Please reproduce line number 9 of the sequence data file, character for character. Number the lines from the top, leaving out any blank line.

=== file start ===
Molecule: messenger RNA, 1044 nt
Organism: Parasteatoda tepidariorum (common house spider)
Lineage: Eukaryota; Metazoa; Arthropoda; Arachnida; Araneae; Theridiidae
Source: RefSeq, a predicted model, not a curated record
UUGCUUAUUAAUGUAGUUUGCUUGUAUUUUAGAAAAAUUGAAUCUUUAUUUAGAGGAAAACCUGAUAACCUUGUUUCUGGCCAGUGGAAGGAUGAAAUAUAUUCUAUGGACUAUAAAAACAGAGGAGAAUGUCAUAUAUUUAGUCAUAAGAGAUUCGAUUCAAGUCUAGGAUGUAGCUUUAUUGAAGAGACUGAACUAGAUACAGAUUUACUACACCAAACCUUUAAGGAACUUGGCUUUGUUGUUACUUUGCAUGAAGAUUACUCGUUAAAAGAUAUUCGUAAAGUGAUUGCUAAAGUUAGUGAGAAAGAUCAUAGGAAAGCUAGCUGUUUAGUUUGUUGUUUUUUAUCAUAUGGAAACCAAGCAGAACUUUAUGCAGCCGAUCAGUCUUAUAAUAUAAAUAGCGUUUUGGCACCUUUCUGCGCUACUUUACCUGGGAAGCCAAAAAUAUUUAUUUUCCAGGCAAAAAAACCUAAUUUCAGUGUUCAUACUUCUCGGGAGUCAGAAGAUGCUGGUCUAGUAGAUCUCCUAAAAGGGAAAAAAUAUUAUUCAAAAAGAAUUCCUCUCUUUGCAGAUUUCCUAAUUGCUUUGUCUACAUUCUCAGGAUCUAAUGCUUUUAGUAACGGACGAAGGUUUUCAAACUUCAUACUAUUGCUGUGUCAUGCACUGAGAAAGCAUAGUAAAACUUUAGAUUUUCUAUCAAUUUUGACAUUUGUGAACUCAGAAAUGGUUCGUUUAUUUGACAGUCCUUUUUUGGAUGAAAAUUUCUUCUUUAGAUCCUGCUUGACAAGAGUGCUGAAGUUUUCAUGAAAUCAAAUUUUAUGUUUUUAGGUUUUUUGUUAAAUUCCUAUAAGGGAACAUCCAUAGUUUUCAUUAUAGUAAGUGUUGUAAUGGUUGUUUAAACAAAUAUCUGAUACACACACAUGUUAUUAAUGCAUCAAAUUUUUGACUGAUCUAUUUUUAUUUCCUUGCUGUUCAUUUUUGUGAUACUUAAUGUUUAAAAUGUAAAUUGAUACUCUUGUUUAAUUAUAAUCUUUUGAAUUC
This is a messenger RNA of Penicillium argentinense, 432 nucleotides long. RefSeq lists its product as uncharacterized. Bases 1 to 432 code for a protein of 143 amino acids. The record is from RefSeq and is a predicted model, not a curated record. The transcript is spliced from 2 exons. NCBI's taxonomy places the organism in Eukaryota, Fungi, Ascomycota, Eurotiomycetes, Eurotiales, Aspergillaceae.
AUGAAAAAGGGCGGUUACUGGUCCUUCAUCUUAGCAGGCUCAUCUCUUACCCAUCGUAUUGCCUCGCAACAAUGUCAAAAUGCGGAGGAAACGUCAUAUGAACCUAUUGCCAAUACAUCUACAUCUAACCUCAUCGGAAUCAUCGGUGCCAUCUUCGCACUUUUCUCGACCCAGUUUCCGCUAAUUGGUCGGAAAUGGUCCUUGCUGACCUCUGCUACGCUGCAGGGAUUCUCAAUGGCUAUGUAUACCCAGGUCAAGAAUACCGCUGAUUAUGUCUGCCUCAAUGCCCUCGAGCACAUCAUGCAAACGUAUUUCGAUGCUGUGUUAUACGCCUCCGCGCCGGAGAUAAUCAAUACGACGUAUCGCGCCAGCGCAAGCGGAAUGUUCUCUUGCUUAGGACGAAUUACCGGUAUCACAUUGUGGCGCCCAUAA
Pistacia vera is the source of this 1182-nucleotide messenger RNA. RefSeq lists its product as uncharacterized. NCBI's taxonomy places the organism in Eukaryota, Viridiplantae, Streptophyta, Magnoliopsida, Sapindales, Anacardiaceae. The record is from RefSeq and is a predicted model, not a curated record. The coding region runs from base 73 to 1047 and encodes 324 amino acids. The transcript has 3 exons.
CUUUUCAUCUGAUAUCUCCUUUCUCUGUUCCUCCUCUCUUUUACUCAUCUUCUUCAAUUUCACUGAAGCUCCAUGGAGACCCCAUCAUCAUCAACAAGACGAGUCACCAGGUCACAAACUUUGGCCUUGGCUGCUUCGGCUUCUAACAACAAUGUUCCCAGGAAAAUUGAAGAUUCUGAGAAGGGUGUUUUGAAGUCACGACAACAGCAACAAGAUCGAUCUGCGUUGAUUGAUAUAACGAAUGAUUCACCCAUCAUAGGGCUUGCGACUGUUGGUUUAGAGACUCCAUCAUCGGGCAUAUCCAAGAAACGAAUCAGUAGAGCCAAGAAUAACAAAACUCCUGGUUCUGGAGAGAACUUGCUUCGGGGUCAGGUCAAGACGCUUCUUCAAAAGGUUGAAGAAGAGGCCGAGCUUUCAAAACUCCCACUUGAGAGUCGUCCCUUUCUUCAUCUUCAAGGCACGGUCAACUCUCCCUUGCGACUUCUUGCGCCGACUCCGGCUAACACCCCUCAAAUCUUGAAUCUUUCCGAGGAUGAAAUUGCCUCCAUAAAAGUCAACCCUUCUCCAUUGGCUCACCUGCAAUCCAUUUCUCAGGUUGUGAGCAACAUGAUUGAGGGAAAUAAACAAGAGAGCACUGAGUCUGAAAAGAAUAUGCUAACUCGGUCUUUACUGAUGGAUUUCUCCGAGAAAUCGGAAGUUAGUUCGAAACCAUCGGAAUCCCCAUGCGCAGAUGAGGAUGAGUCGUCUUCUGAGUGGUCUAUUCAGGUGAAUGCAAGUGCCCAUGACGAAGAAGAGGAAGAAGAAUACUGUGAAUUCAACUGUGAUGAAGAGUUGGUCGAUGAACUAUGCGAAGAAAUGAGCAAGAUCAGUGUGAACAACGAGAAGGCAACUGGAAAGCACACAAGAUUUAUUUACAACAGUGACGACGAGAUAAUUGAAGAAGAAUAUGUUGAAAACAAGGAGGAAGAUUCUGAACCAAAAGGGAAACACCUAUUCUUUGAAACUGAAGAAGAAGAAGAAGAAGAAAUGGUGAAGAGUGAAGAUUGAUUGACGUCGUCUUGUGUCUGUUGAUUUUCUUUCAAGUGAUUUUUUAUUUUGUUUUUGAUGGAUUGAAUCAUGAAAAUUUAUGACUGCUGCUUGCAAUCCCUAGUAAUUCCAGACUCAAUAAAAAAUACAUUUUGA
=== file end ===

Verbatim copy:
CUUUUCAUCUGAUAUCUCCUUUCUCUGUUCCUCCUCUCUUUUACUCAUCUUCUUCAAUUUCACUGAAGCUCCAUGGAGACCCCAUCAUCAUCAACAAGACGAGUCACCAGGUCACAAACUUUGGCCUUGGCUGCUUCGGCUUCUAACAACAAUGUUCCCAGGAAAAUUGAAGAUUCUGAGAAGGGUGUUUUGAAGUCACGACAACAGCAACAAGAUCGAUCUGCGUUGAUUGAUAUAACGAAUGAUUCACCCAUCAUAGGGCUUGCGACUGUUGGUUUAGAGACUCCAUCAUCGGGCAUAUCCAAGAAACGAAUCAGUAGAGCCAAGAAUAACAAAACUCCUGGUUCUGGAGAGAACUUGCUUCGGGGUCAGGUCAAGACGCUUCUUCAAAAGGUUGAAGAAGAGGCCGAGCUUUCAAAACUCCCACUUGAGAGUCGUCCCUUUCUUCAUCUUCAAGGCACGGUCAACUCUCCCUUGCGACUUCUUGCGCCGACUCCGGCUAACACCCCUCAAAUCUUGAAUCUUUCCGAGGAUGAAAUUGCCUCCAUAAAAGUCAACCCUUCUCCAUUGGCUCACCUGCAAUCCAUUUCUCAGGUUGUGAGCAACAUGAUUGAGGGAAAUAAACAAGAGAGCACUGAGUCUGAAAAGAAUAUGCUAACUCGGUCUUUACUGAUGGAUUUCUCCGAGAAAUCGGAAGUUAGUUCGAAACCAUCGGAAUCCCCAUGCGCAGAUGAGGAUGAGUCGUCUUCUGAGUGGUCUAUUCAGGUGAAUGCAAGUGCCCAUGACGAAGAAGAGGAAGAAGAAUACUGUGAAUUCAACUGUGAUGAAGAGUUGGUCGAUGAACUAUGCGAAGAAAUGAGCAAGAUCAGUGUGAACAACGAGAAGGCAACUGGAAAGCACACAAGAUUUAUUUACAACAGUGACGACGAGAUAAUUGAAGAAGAAUAUGUUGAAAACAAGGAGGAAGAUUCUGAACCAAAAGGGAAACACCUAUUCUUUGAAACUGAAGAAGAAGAAGAAGAAGAAAUGGUGAAGAGUGAAGAUUGAUUGACGUCGUCUUGUGUCUGUUGAUUUUCUUUCAAGUGAUUUUUUAUUUUGUUUUUGAUGGAUUGAAUCAUGAAAAUUUAUGACUGCUGCUUGCAAUCCCUAGUAAUUCCAGACUCAAUAAAAAAUACAUUUUGA